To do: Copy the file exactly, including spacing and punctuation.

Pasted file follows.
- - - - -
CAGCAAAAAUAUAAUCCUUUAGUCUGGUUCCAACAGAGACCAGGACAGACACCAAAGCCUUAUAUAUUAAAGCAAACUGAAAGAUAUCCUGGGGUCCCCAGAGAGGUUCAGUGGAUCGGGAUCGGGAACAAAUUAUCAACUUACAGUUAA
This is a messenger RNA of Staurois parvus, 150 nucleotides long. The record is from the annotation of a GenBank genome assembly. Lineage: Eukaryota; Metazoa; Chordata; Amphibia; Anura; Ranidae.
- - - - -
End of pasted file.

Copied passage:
CAGCAAAAAUAUAAUCCUUUAGUCUGGUUCCAACAGAGACCAGGACAGACACCAAAGCCUUAUAUAUUAAAGCAAACUGAAAGAUAUCCUGGGGUCCCCAGAGAGGUUCAGUGGAUCGGGAUCGGGAACAAAUUAUCAACUUACAGUUAA
This is a messenger RNA of Staurois parvus, 150 nucleotides long. The record is from the annotation of a GenBank genome assembly. Lineage: Eukaryota; Metazoa; Chordata; Amphibia; Anura; Ranidae.